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Masks helpful to counteract increased transmission risk as lockdown lifts: Dr. Etches
OTTAWA -- Ottawa's medical officer of health says the easing of lockdown restrictions will bring people into more contact with others, which increases the risk of COVID-19 transmission.
It's one of the reasons Dr. Vera Etches is recommending the use of non-medical masks when out in public.
"We do have rates of illness in the community that are decreasing but, at the same time, we have a lot of activities starting up that are going to cause us to be in contact with each other more and they will cause us to have higher rates of infection transmission," Dr. Etches told CTV Morning Live on Thursday. "We need something to counteract that. Keeping our physical distancing is most important but, if we can't do that, masks are there to help us with a little more protection."
Canada's chief public health officer Dr. Theresa Tam said Wednesday that she recommends wearing a non-medical mask whenever physical distancing of two metres or more is not possible.
Critics have pointed to inconsistent messaging around the use of masks for the general public, but Dr. Etches contends the message about what masks can effectively do has been consistent.
"There is no change in the idea of wearing a mask to protect others from you if you are sick or infected," she said. "What we've learned is that people may be sick and they don’t know it. So, if I wear a mask and I don't know I'm infected, but I am, I'm protecting others. That has been consistent, that we want to keep our secretions to ourselves when we might be infected."
Dr. Tam has been saying since early April that masks can help prevent someone from spreading the virus to someone else, as more evidence showed the COVID-19 virus could spread from pre-symptomatic or asymptomatic people. Her messaging in late March, as the pandemic was just starting to unfold in Canada, was that masks might give a false sense of security to the wearer and possibly increase infection risk through additional touching of the face if one isn't used to wearing a mask.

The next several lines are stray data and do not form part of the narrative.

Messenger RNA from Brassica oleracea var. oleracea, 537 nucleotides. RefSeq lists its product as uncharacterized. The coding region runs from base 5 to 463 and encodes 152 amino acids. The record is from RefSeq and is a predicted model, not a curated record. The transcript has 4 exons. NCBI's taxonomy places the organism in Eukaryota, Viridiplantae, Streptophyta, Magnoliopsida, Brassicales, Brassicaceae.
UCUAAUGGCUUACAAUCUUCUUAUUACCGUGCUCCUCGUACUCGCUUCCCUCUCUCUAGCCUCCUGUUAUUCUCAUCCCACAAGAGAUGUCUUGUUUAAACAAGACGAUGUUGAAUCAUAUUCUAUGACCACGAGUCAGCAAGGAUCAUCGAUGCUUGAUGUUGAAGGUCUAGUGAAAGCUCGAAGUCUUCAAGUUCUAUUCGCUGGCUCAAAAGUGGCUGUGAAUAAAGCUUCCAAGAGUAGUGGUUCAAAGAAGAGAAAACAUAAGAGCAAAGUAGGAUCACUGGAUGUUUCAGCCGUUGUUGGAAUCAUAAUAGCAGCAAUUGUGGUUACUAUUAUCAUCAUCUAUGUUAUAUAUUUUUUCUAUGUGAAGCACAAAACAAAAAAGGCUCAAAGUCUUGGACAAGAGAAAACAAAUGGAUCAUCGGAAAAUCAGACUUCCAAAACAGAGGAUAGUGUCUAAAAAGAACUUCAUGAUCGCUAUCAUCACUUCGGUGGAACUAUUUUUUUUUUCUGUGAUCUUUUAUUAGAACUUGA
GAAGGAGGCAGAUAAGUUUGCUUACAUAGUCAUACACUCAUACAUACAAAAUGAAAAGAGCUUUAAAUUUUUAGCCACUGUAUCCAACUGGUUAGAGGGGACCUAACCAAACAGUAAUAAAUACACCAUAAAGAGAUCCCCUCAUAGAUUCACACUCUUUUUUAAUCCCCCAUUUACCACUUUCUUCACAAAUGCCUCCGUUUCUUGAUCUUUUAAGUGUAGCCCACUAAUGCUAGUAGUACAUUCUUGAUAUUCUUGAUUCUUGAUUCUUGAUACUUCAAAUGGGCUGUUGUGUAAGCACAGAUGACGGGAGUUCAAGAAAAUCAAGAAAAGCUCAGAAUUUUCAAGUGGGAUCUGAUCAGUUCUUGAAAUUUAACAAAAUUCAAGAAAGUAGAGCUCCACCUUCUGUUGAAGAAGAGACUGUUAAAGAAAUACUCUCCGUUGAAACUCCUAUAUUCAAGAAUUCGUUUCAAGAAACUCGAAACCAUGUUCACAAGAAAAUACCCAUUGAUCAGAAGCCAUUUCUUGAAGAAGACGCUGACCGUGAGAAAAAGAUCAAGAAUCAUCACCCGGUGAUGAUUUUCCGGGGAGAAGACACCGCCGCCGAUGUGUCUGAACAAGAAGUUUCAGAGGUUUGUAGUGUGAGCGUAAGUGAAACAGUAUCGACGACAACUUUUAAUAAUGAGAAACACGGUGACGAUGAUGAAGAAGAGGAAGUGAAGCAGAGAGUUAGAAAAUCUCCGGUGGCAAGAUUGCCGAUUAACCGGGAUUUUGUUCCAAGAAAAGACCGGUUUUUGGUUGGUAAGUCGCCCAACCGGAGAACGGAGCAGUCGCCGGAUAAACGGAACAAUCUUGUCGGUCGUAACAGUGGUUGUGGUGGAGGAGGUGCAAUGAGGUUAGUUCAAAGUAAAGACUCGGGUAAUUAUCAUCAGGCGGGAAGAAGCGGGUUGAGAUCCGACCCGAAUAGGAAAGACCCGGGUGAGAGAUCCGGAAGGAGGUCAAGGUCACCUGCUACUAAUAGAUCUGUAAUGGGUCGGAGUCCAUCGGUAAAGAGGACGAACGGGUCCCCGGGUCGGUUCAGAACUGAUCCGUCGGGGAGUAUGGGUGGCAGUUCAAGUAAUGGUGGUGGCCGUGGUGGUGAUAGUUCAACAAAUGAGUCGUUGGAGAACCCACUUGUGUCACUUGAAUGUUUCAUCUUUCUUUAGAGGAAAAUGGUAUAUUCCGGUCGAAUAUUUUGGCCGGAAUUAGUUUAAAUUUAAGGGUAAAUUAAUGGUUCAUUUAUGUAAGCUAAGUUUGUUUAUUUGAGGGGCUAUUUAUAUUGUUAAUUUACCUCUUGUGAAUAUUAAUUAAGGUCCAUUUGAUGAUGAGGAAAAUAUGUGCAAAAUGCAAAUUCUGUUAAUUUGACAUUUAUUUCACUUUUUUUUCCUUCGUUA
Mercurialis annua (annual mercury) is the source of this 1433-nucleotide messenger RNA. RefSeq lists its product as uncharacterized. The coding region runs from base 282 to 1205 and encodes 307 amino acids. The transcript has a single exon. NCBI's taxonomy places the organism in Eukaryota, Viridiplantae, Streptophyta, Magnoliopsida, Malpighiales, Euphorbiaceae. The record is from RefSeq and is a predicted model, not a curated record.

Dr. Etches told CTV Morning Live's Leslie Roberts masks do still carry a risk of spreading infection if not used properly.
"The most important thing is to always have clean hands," she said. "The big thing is to try not to touch your mask. Your hands could be contaminated and then you contaminate the mask or, if you're infected, you might get your secretions back on your hands and then touch something else."
When putting on a mask:
- Clean your hands
- Put it over your nose and mouth
- Make sure there are no big gaps on the side
- Avoid touching it while wearing it
When removing it:
- Take it off from the elastics or ear loops
- Only take it off when you're done with it
- Put it in a bag to prevent spreading secretions from the mask onto other things
- Wash your hands or use hand sanitizer after taking the mask off
- If it's a reusable cloth mask, clean it in your regular laundry or hand-wash using hot water
Dr. Etches said at a town hall meeting Wednesday there may need to be a cultural shift in terms of normalizing mask use in Canada. City staff have suggested that mask use may become more commonplace in Ottawa, especially on public transit, but General Manager of Community and Protective Services Anthony Di Monte told reporters Wednesday he does not believe the city wants to explore a mandatory mask by-law.
Health officials have been saying for weeks that while masks can help to reduce transmission of COVID-19 from oneself to another, they are not a replacement for other measures such as physical distancing and regular hand-washing.
"What is really important now is that we're going out and coming into contact with people much more than we have been when we're staying home," Dr. Etches said Thursday. "This is an important step. It's an added layer of protection."